The Prize was shared equally by Victoria M. Kaspi, a Professor of Physics and Director of McGill Space Institute at McGill University in Canada and Greece’s Chryssa Kouveliotou, Professor and Chair in the Department of Physics at George Washington University, USA.
A magnetar is a type of neutron star believed to have an extremely powerful magnetic field. The magnetic-field decay powers the emission of high-energy electromagnetic radiation, particularly X-rays and gamma rays. The theory regarding these objects was proposed in 1992 by Robert Duncan and Christopher Thompson.
Kouveliotou received her bachelor’s degree in physics from the National & Kapodistrian University of Athens, Greece in 1975, and earned her master’s degree in science from the University of Sussex in England in 1977.
She received her doctorate in astrophysics in 1981 from the Technical University of Munich, Germany, under the supervision of Klaus Pinkau. She was a faculty member at the Department of Physics of the National & Kapodistrian University of Athens before pursuing research work in the United States.
In 2012 she was selected as recipient of the Dannie Heineman Prize for Astrophysics, which is given annually to recognize outstanding work in the field.
Kouveliotou was also an astrophysicist at NASA’s Marshall Space Flight Center in Huntsville, Alabama, and has been the principal investigator on numerous research projects in the United States and Europe. She is also the founding member of multiple scientific collaborations worldwide.
Through the development of new and precise observational techniques, the two astronomers who won the Shaw Prize in Astronomy for 2021 confirmed the existence of neutron stars with ultra-strong magnetic fields and characterized their physical properties. Their work has established magnetars as a new and important class of astrophysical objects.
Neutron stars are the ultra-compact remnants of stellar explosions. Most are rapidly rotating with periods of milli-seconds to seconds and emit powerful beams of electromagnetic radiation (observed as pulsars).
As such they are accurate “cosmic clocks” that enable tests of fundamental physics in the presence of a gravitational field many billion times stronger than Earth’s. Reflecting their importance, the Nobel Prize in Physics has been awarded twice for work on pulsars (in 1974 and 1993).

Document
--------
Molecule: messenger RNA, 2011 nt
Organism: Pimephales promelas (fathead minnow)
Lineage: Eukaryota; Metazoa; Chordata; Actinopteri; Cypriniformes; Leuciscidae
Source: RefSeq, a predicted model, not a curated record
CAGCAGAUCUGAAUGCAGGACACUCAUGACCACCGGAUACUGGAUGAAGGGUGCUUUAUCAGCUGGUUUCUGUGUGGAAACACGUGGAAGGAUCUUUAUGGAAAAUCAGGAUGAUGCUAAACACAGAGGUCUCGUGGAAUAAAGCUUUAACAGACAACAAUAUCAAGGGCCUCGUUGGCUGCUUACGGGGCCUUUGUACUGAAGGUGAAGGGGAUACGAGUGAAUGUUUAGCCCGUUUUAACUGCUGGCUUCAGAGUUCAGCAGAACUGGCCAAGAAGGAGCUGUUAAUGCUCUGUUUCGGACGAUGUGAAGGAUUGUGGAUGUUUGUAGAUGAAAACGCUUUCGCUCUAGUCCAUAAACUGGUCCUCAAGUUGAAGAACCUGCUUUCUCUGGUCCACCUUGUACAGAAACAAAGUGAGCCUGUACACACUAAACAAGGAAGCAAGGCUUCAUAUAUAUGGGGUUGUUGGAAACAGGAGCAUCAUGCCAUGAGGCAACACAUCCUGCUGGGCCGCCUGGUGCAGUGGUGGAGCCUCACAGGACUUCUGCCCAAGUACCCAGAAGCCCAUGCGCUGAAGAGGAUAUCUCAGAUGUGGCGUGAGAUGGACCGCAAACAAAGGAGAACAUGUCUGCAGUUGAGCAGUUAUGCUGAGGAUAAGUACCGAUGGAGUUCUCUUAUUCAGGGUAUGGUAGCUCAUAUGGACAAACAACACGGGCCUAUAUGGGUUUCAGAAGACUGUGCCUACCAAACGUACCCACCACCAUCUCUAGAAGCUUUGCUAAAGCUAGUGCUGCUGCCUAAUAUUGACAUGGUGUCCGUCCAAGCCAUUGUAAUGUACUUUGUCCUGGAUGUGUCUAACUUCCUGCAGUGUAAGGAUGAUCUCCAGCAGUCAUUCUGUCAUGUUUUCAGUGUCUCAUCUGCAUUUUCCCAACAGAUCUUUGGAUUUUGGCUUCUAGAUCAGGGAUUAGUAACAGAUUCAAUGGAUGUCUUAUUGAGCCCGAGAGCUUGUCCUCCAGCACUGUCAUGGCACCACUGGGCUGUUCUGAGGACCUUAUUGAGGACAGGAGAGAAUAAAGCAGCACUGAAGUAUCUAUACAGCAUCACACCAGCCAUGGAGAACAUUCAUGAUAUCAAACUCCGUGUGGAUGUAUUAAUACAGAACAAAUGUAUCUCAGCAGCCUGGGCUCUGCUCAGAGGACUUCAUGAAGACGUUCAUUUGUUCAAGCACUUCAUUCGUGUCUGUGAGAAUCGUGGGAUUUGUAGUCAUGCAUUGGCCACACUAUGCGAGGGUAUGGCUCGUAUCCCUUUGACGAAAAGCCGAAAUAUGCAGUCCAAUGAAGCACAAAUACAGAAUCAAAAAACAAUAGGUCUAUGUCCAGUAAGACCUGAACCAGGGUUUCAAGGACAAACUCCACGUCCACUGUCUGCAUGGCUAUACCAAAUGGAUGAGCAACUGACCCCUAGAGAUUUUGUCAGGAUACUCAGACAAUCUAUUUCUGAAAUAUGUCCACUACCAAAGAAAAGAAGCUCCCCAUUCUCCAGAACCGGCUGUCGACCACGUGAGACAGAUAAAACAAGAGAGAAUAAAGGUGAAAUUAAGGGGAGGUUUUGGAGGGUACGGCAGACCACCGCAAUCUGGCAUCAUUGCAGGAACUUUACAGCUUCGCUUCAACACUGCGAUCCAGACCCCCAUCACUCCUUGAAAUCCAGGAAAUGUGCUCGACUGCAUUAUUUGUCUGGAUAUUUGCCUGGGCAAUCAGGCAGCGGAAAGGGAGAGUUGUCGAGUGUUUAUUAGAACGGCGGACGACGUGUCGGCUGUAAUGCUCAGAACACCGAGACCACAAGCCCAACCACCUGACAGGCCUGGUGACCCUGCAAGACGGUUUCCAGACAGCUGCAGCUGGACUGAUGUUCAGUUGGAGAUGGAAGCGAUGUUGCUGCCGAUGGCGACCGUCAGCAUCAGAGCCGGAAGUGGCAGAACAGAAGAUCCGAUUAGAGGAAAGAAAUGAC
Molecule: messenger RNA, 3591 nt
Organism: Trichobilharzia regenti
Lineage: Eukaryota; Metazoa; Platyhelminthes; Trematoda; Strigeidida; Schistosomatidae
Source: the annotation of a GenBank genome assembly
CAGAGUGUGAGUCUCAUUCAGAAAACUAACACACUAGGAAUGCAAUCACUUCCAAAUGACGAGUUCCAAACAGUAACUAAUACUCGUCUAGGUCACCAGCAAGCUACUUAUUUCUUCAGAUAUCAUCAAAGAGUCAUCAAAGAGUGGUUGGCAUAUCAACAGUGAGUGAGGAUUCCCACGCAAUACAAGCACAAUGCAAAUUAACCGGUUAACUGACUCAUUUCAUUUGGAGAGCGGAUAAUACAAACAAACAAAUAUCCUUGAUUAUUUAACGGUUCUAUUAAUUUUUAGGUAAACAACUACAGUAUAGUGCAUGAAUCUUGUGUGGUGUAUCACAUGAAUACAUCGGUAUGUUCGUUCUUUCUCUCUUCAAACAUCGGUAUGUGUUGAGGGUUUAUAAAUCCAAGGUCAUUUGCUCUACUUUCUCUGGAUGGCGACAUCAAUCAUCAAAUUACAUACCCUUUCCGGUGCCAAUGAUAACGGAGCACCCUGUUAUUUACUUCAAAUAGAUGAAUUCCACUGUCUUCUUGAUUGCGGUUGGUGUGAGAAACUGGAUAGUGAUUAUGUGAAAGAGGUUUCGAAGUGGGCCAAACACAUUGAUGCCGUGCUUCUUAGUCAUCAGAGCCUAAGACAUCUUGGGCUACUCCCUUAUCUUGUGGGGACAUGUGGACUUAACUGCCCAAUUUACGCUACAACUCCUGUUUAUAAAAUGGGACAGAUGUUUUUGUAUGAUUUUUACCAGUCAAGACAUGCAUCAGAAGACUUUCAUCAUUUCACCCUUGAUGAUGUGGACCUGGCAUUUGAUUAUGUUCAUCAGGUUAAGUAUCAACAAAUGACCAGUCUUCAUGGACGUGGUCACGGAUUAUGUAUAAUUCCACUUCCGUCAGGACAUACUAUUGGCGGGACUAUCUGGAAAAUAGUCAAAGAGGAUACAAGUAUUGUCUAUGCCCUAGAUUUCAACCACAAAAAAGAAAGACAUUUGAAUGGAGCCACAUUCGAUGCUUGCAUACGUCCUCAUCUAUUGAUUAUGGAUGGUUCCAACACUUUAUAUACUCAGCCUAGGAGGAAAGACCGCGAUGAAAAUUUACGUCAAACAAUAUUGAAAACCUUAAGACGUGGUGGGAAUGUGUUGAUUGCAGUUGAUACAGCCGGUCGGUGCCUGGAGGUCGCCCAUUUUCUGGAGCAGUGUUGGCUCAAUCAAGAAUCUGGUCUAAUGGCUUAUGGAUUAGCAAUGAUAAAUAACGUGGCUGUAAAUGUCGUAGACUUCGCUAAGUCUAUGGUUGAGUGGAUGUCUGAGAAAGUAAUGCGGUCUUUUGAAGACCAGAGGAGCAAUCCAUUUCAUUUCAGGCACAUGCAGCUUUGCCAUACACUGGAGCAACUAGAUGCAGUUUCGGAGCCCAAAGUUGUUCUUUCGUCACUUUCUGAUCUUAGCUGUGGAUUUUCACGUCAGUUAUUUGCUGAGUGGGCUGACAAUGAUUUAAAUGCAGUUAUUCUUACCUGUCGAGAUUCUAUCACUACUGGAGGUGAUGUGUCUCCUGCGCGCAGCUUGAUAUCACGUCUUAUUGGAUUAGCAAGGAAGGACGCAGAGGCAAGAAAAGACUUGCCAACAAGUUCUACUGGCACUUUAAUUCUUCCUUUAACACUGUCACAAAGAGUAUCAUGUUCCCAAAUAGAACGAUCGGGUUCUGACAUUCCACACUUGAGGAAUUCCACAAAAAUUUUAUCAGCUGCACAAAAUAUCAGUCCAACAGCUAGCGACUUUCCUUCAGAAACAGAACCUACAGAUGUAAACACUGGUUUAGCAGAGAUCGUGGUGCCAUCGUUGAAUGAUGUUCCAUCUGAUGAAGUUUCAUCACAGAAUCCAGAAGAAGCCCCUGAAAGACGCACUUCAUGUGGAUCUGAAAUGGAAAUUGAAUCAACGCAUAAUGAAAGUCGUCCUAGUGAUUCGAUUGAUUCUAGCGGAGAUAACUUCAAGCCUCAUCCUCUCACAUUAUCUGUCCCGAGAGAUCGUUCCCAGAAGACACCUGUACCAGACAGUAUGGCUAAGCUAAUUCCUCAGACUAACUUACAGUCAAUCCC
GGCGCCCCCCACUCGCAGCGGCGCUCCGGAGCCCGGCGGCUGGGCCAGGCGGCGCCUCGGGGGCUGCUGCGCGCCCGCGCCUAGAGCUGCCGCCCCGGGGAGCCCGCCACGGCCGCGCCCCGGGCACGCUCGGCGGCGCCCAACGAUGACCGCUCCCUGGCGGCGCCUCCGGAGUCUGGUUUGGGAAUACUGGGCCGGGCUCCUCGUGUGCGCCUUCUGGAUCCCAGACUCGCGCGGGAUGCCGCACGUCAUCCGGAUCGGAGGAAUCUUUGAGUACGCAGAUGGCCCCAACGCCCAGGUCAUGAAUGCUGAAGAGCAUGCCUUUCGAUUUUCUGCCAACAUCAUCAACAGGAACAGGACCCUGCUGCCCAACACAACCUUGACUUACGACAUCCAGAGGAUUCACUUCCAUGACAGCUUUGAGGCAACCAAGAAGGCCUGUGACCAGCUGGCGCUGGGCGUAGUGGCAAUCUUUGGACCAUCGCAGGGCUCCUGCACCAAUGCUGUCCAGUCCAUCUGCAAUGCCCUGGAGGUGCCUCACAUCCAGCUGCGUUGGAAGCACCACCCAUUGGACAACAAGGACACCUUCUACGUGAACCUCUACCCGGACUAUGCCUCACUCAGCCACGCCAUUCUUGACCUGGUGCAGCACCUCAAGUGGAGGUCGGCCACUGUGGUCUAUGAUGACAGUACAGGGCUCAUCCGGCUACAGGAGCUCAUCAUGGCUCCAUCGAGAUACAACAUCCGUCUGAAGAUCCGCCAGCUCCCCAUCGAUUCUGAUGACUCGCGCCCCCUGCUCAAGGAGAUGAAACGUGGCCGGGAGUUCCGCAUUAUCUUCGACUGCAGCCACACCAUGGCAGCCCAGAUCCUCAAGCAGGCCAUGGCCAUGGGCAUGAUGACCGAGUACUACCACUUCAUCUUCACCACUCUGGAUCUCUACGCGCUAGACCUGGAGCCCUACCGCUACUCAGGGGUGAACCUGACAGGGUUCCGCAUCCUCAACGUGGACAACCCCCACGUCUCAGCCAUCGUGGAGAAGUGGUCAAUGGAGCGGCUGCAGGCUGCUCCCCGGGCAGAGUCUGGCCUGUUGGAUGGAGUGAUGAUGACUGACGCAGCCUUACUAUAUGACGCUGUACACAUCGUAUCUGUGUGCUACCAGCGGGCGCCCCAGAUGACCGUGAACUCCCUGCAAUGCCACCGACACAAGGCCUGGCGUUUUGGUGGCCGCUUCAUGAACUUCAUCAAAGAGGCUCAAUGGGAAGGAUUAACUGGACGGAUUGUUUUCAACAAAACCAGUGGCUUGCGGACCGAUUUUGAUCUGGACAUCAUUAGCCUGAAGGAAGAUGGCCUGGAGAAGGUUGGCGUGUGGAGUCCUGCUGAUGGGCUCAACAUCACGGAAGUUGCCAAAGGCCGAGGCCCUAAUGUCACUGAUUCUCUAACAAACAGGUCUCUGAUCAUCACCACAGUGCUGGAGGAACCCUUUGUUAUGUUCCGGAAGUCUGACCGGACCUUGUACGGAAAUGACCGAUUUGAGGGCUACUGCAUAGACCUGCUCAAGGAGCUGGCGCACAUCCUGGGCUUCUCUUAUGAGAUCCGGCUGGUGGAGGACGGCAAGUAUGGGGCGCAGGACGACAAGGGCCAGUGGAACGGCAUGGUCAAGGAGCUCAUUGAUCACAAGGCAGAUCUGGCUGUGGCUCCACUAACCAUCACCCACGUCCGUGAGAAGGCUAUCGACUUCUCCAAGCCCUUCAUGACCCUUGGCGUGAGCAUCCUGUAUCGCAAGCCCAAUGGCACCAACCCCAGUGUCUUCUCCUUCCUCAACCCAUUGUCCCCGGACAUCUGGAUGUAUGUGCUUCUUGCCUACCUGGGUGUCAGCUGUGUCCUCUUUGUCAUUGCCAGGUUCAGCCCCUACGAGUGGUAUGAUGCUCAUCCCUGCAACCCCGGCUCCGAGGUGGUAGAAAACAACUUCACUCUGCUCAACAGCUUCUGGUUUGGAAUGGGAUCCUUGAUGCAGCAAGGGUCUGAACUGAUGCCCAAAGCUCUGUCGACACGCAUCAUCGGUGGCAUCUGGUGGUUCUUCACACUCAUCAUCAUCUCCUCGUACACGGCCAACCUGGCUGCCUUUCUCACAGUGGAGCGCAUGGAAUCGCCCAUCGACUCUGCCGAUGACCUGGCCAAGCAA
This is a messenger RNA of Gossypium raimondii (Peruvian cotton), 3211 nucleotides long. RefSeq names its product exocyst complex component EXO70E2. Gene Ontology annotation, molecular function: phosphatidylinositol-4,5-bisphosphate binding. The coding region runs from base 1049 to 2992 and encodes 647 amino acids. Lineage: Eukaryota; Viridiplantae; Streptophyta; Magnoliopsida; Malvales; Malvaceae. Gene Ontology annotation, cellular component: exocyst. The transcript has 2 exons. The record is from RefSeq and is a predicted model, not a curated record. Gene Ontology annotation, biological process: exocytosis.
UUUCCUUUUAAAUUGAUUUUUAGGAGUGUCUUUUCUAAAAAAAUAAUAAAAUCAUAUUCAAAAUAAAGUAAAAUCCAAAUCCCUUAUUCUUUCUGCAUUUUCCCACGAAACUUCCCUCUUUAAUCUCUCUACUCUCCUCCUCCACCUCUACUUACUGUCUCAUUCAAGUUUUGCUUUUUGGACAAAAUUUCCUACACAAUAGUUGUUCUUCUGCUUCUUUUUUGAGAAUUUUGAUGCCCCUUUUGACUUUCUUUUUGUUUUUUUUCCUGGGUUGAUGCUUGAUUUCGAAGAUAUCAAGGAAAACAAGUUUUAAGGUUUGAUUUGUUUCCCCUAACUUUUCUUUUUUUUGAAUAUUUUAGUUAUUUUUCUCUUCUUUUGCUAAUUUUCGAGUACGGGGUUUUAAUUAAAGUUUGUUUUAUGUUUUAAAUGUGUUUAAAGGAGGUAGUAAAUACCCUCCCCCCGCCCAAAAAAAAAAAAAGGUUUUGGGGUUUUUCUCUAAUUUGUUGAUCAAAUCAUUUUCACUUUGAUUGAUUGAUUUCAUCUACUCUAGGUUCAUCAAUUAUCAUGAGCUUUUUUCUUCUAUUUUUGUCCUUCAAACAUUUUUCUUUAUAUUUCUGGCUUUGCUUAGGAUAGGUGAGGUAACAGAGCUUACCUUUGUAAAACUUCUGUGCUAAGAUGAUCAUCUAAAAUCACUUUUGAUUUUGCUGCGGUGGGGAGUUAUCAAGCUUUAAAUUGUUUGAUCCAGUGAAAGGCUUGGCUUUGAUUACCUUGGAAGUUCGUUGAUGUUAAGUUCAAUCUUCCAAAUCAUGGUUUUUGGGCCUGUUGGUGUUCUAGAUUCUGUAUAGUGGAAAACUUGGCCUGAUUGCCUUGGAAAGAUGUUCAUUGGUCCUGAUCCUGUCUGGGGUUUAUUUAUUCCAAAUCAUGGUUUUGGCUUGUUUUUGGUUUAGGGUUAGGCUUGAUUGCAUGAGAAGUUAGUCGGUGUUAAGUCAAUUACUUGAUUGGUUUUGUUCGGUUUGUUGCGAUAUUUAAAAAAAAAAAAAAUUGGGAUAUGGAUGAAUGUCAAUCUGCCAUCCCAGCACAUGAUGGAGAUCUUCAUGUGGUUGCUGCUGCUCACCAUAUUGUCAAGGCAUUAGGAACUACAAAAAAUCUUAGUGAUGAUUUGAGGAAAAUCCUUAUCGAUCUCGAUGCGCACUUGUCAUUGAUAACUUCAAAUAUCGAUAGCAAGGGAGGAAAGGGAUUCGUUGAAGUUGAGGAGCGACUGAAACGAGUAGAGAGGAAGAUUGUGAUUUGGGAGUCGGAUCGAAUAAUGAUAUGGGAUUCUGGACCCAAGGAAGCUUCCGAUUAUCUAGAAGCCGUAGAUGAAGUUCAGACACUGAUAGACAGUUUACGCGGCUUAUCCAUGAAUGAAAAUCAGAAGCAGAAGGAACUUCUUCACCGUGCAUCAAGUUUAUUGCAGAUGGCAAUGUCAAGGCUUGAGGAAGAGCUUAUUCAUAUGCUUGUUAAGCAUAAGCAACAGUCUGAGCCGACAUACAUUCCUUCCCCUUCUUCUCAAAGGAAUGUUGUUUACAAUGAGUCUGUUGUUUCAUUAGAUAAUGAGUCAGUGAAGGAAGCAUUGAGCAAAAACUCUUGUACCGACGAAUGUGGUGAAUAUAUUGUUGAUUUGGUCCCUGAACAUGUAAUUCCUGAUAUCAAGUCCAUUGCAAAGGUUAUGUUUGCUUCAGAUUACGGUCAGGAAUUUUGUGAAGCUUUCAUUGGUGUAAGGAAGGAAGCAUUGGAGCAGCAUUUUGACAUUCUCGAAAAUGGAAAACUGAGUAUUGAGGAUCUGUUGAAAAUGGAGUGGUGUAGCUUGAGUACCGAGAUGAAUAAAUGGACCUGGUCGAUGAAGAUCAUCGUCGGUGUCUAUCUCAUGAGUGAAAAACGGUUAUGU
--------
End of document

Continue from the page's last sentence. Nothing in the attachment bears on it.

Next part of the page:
Pulsars also have strong magnetic fields, since the magnetic field lines in the progenitor star are “frozen in” in the stellar remnant as it collapses to become a neutron star. These magnetic fields funnel jets of particles along the magnetic poles, but classical radio pulsars are powered mainly by rotational energy and slowly spin down over their lifetimes.
Research by Greek astronomer shows extreme magnetic fields
The research carried out by Kaspi and Kouveliotou was motivated by the theoretical prediction that neutron stars with extreme magnetic fields up to a thousand times stronger than those in regular pulsars could form if dynamo action were efficient during the first few seconds after gravitational collapse in the core of the supernova.
Such objects (termed magnetars) would be powered by their large reservoirs of magnetic energy, rather than by rotation, and were predicted to produce highly-energetic bursts of gamma-rays through the generation of highly energetic ionised particle pairs at their centers.
From observations of a class of X-ray/gamma-ray sources called “soft gamma-ray repeaters” (SGRs) Chryssa Kouveliotou and her colleagues established the existence of magnetars and provided a stunning confirmation of the magnetar model in 1998-1999.
By developing new techniques for pulse timing at X-ray wavelengths and applying these to data from the Rossi X-ray timing satellite (RXTE), Kouveliotou in 1998 was able to detect X-ray pulses with a period of 7.5 seconds within the persistent X-ray emission of SGR 1806-20.
She then measured a spin-down rate for the pulsar, and derived both the pulsar age and the dipolar magnetic field strength — which lay within the range of values predicted for magnetars, close to 1014 gauss (1010 T). The spin-down measurements were extremely challenging because of the faintness of the pulsed signal and the need to correct the rotation phase across multiple epochs.
The Shaw Prize 2021 recognizes the seminal contributions of Victoria M. Kaspi and Chryssa Kouveliotou to the understanding of the enigmatic properties of magnetars, pulsars and gamma-ray bursts.